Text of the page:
quite frankly said...

I cannot wait to get my hands on this book. It sounds like exactly what I need to help me get my rear in gear. I love the whole concept and know that it will be what finally helps me either fish or cut bait. Cliches aside, thanks to the both of you for creating such an awesome book! -Mimi B.

Tammy Schubert said...

Hi, Mary and Dianna!

I really enjoyed the interview. Thank you for the amazing programs you present for writers. I just got my Break Into Fiction book, and I'm using it for my new novel.

Are there any plans to offer the templates in electronic format?

Tammy Schubert

Peg said...

Can't wait to get my copy! I've taken many of Mary's classes and I still pull out my notes while I'm writing. I think this system would help me with the dreaded "sagging middle!" I was interested to read that it can be applied to a first draft during the revision process. Sounds like just what my current revision project needs!

Cher Gorman said...

Hi Diana!!!

Hi Mary!!!

Waving madly to both these fabulous women!

I just got Break Into Fiction--I'm planning to use it for my next project. Can't wait! I don't think of myself as a good plotter or good anything really. I'm still fumbling around trying to write the best books I can. I'm hoping your book will change all that.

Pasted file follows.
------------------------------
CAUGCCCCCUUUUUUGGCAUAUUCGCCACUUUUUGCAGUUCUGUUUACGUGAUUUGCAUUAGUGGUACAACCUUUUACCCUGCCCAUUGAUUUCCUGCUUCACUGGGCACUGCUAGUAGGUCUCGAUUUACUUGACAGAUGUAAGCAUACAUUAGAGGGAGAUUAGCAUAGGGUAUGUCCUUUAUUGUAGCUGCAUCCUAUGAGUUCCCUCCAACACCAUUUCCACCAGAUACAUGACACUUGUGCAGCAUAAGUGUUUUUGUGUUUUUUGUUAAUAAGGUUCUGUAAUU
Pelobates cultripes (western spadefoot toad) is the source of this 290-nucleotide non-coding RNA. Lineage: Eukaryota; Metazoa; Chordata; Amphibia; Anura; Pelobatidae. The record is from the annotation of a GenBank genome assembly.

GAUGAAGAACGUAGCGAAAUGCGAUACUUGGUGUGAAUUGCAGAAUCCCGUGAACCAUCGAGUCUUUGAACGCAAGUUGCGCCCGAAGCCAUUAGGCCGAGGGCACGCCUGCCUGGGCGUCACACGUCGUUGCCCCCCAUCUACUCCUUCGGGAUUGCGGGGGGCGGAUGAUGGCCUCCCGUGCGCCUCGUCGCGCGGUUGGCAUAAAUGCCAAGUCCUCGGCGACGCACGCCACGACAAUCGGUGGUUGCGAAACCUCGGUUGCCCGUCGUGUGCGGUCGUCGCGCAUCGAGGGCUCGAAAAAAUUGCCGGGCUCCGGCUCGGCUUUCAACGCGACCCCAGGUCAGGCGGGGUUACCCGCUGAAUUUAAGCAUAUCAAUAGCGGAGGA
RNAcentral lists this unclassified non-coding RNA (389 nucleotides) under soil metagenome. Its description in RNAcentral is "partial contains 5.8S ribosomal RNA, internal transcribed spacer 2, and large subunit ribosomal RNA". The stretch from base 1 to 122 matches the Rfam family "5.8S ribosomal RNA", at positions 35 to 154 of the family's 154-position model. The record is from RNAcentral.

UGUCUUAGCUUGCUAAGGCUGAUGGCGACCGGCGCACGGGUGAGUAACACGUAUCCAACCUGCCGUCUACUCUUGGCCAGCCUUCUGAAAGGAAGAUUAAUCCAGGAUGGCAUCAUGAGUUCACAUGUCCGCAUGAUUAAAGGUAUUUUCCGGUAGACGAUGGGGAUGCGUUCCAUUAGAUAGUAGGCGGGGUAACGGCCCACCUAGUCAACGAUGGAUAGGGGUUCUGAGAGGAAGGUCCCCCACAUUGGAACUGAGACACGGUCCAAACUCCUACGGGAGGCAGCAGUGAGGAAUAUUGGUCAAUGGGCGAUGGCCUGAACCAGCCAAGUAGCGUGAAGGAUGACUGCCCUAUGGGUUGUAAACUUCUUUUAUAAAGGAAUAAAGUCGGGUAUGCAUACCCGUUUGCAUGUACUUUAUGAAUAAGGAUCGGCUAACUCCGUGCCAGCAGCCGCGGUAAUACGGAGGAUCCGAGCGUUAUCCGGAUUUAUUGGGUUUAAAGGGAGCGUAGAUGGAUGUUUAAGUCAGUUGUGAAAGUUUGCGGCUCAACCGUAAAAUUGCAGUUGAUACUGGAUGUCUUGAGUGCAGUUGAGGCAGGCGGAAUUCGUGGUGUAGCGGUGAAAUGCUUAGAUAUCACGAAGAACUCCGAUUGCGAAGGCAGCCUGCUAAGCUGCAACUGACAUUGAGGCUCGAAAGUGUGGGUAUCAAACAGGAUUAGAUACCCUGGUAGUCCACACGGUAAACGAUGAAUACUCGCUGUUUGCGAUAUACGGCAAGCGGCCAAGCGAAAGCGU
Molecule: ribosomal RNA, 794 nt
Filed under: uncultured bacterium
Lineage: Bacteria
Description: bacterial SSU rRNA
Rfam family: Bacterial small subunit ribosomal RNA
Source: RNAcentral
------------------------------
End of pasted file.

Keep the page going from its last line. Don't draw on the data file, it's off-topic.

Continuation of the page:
Diana, I wish you, me and the other Uber Sistas could have just one more day together at Margie's. :-) Breakfast for sure or better yet lunch with some of Tom's shepherd's pie. Yum!! Then Margie crackin' the Deep Edit whip. (chuckle) I miss you guys so much!

Mary, hope we can actually meet face to face one of these days. Love reading your newsletter and hearing about all of your accomplishments.

You and Diana are amazing!

Take care my lovelies,

Cher

Diana Cosby said...

Hi Dianna and Mary! Will are you slotted to come to Dallas in the future? I'm so thrilled for you both. I wish you every success! *Hugs*

Diana Cosby
Romance Edged With Danger

JanLo said...

Loved your book. I bought it the first day and love the templates. The next book sounds wonderful. You just have to find time to write it amongst your otherwise light schedules - :o) Can't wait to read it! I'll plan on seeing you folks at RWA. And, Hi Margie!

Missy Tippens said...

What a great interview! Thanks for all the great info!

Missy

Dianna Love said...

Hi Debbie -

Thanks for the wonderful endorsement of our book. We have been fortunate to have bright, talented writers in our Plotting Retreats that made it a joy.

thanks for stopping by.

Dianna Love said...

Margie -

Before I get too busy yakking - as usual "g" - thank YOU for the great support of our book and program. We're thrilled to be invited to share on your blog today.

For those of you who haven't attended Margie's Immersion Master Class you have to do it. I participated in her first on just over a month ago and thoroughly enjoyed it, plus the wonderful hospitality of Margie & Tom (who cooks for you...you know I love men who cook since my husband does!).